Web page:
Watch out for the special effects in the video embedded below; they are far more advanced than anything you see on TV these days, and might leave you in a state of mental disarray.
I must point out that Mark Steyn errs somewhat, however, in his characterization of what the beautiful blonde former singer of Abba is up to these days: “Agnetha,” says Steyn, “is riddled with insecurity and now lives as a recluse on a remote Swedish island riddled with in-house security.” I don’t know what her living situation is like, but recluses don’t do interviews and release new records, and Agnetha has done both recently. Below via YouTube is an interview she did last week for the BBC with none other than Welsh-wonder Cerys Matthews, which affords an entertaining glance back over her career.
I’m not persuaded that the new material she’s singing is even a patch on those old Benny/Björn songs, but then really, these days, what is?
The foreword to Geert Wilder’s new book Marked for Death was written by Mark Steyn, and it is published as a column in National Review Online at the following link: The Spirit of Geert Wilders. It is sobering, and it is also typically superb Steyn.
I was watching this talk with the always-interesting writer Mark Steyn, which took place at UC Berkeley in 2007, and I was struck by one particular thing Steyn said and thought I would note it down here. Steyn started out as an arts critic and journalist, but he’s far better known now as a commentator on world events and politics. His book America Alone: The End of the World As We Know Itwas a bestseller (and that, indeed, provides a large part of the grist for the 55-minute conversation you can watch via the YouTube clip below). The quote that I thought worth capturing conveys some of the motivation behind his transition from arts criticism to what you might call pan-global-societal criticism.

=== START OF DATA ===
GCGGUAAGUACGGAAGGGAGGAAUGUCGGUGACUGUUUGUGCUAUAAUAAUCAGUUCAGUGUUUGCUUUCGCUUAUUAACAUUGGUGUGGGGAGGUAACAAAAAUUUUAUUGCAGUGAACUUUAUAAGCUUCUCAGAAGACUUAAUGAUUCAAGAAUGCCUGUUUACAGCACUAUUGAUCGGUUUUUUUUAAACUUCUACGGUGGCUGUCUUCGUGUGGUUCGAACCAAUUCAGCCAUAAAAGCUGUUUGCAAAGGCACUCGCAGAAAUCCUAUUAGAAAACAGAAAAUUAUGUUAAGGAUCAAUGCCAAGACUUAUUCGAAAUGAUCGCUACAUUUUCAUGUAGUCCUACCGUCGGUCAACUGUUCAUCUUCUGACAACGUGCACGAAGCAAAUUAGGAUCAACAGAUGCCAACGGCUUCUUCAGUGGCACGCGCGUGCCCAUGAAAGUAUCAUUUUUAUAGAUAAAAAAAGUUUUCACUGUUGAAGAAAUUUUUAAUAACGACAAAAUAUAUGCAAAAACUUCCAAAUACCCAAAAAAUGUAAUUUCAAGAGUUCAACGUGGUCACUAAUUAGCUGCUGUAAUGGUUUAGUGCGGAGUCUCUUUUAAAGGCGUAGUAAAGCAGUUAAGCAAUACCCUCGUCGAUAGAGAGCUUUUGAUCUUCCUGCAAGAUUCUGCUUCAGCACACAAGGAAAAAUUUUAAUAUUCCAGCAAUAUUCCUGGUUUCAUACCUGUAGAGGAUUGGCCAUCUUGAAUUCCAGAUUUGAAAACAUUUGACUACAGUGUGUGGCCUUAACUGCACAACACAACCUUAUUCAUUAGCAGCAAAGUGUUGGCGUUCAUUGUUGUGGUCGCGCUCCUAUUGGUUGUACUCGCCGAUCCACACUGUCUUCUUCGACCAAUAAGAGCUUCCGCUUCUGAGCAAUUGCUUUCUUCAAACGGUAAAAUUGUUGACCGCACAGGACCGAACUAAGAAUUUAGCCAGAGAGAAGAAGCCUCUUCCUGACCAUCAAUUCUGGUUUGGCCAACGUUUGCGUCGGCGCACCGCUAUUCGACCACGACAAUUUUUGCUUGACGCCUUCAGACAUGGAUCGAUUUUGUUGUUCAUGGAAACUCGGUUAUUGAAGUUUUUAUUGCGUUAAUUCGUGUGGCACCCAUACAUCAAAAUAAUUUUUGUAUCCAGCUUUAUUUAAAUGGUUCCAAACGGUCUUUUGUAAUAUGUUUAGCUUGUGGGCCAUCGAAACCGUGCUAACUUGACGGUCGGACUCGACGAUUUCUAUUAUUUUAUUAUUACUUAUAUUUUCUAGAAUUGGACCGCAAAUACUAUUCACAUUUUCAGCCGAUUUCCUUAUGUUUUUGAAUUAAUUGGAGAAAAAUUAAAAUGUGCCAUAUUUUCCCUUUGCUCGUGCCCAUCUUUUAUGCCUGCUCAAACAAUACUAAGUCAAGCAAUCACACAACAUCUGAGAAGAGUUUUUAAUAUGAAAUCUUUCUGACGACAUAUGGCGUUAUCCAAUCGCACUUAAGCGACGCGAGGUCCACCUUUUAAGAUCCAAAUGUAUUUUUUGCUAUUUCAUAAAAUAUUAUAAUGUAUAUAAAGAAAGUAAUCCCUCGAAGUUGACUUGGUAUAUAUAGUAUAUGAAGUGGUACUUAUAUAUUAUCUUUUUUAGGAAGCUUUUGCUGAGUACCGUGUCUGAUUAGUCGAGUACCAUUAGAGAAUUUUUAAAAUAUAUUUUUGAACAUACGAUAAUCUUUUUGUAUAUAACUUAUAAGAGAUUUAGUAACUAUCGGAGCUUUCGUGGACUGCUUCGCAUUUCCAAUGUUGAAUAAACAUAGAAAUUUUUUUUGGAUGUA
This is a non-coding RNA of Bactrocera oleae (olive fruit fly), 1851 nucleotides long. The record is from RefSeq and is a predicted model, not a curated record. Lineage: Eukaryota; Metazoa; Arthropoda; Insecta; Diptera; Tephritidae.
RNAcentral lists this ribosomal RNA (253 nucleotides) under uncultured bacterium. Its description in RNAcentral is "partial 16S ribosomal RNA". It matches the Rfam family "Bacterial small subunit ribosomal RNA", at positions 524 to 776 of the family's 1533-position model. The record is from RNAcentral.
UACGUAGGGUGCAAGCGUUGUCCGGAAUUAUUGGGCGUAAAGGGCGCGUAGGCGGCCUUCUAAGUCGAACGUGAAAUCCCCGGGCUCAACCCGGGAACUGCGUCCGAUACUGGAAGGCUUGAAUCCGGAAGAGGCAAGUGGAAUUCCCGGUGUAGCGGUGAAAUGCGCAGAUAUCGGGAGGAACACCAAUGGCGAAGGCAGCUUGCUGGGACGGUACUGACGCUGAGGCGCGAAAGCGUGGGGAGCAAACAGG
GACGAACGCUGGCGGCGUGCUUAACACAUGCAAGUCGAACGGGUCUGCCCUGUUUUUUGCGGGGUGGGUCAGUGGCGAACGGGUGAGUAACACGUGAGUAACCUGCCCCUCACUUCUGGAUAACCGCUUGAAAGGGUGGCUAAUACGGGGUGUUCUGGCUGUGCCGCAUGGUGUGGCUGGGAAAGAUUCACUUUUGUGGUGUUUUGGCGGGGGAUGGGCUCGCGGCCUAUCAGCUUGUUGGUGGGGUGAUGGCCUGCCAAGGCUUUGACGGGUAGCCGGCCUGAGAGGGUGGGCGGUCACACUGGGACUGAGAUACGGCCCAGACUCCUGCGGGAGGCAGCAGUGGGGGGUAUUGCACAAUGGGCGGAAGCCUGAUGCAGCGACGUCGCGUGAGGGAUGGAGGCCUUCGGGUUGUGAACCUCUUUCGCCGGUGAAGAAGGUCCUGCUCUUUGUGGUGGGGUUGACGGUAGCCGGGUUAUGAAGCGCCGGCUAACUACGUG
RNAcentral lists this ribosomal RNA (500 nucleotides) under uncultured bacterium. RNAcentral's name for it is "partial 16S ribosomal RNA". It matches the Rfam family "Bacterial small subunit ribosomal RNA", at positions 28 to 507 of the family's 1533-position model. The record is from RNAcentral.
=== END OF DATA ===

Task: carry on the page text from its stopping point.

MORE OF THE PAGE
I love writing about music, I love writing about film and theater, and I would do that if this was an ideal world. But I think at some point, if there are great things going on in the world, and you want to say something about them, and you don’t — it’s not going to be any consolation to me to have a great CD collection as Western civilization falls apart. In a sense you’ve got to — if you value the freedom to stroll into some piano bar in a hotel somewhere on the planet and hear a great singer singing “The Way You Look Tonight” or whatever — you’ve got to understand that even that little miniature experience is at the apex of a whole cultural foundation, and that you can’t just sort of sheer off the small pleasures of a 32-bar song from all the big geo-political issues. They are explicitly connected in that sense.
Do yourself a favor during the current orgy of debate and discussion regarding Ronald Reagan, on the occasion of the 100th anniversary of his birth, and read Mark Steyn’s appreciation of Reagan the movie actor. Any article that has the following as the opening paragraph qualifies as absolutely golden almost regardless of what follows (if you ask me):
If I understand correctly the Left’s dismissal of Ronald Reagan back in the Eighties, it’s that he was a third-rate B-movie ham of no consequence and simultaneously such an accomplished actor he was able to fool the American people into believing he was a real president rather than a mere cue-card reader for the military-industrial complex. These would appear at first glance to be somewhat inconsistent characterisations, but they can be reconciled if you have as exquisitely condescending a view of the American people as, say, Gore Vidal.